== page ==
The main argument that these ARE invasions of privacy is that the information gathered could have negative consequences or could be used for more nefarious means. In the case of the Target article, some young woman was “outed” as being pregnant to people she was apparently trying to hide the fact from. If it was a doctor’s office that had revealed the same information, very specific privacy laws could have been broken, but no such laws exist for shopping patterns, to my knowledge. If the issue was not health related, it still could have been embarrassing — imagine if someone was shopping for an engagement ring, or was having an affair, or was planning to move or sell their house or send a relative to a retirement home. Is it safe for a company to know this about us?
Or what if you were planning on murdering someone? You obviously wouldn’t want them to find out, right? 🙂
And what is unsafe about it, exactly… is the only risk that they’ll leak the information — intentionally or not — to someone we mind knowing? And not just the people we’re trying to hide a secret (or a surprise) from, but are the people we “mind knowing” about us the entire general public? Conspiracy theories abound — some more valid than others. Someone that can know when you’re on vacation can know when to rob you. Someone that can identify who you are and where you are can profile, stalk, and do nefarious things to you, right?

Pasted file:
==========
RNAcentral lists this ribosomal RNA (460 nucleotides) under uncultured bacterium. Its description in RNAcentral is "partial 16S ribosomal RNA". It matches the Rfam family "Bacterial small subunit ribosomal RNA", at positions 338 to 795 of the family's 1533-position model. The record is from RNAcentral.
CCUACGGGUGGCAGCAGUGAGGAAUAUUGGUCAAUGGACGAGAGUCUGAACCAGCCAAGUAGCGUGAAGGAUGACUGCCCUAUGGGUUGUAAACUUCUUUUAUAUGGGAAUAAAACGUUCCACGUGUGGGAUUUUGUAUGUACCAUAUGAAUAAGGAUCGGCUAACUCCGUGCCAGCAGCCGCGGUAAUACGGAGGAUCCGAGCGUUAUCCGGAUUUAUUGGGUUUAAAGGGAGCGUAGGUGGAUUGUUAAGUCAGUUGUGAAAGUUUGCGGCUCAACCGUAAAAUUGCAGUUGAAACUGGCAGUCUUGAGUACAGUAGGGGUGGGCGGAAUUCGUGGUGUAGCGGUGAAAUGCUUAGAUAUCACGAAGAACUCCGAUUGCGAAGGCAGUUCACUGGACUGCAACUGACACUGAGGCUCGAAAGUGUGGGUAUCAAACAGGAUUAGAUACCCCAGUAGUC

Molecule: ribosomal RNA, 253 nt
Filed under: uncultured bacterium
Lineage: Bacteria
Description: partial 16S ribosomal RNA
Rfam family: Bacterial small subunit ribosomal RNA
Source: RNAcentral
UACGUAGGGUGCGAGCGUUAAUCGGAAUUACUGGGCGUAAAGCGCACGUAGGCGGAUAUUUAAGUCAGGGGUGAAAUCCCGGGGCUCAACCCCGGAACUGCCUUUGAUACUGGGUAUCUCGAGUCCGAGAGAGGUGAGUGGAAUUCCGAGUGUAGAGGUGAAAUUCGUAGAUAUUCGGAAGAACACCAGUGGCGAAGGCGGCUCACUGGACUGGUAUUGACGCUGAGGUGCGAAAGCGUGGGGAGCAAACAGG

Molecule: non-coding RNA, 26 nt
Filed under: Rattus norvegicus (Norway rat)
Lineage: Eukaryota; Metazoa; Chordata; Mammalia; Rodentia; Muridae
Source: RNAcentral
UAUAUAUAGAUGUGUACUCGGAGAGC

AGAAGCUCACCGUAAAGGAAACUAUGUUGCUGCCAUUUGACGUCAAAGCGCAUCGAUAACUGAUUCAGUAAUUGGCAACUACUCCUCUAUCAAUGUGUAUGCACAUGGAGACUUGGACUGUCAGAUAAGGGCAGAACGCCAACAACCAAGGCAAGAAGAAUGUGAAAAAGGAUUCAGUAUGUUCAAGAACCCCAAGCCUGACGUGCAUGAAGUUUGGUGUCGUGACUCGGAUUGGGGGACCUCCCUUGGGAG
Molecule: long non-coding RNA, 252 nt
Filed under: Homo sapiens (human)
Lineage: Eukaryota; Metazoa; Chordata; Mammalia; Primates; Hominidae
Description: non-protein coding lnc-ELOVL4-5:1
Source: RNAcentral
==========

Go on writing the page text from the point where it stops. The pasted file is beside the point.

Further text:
Well… sort of.
It’s fairly clear that younger crowds that have grown up with internet access and the ability to connect to all their friends instantly have a different attitude towards privacy. The backlash against the recent app Girls Around Me, which ties together information that users explicitly make available on Foursquare and Facebook and allows people to see who is nearby in a nice handy map with people’s faces on it. Is this a tool for stalking, or is it a viable social tool? All the data is actively being shared, and the legitimate uses are pretty cool — if you’re out wanting to hang out with friends, this is cool technology. This is exactly what Google Glass does when two people are trying to meet for lunch — it plucks their exact location from Latitude and puts them on a map.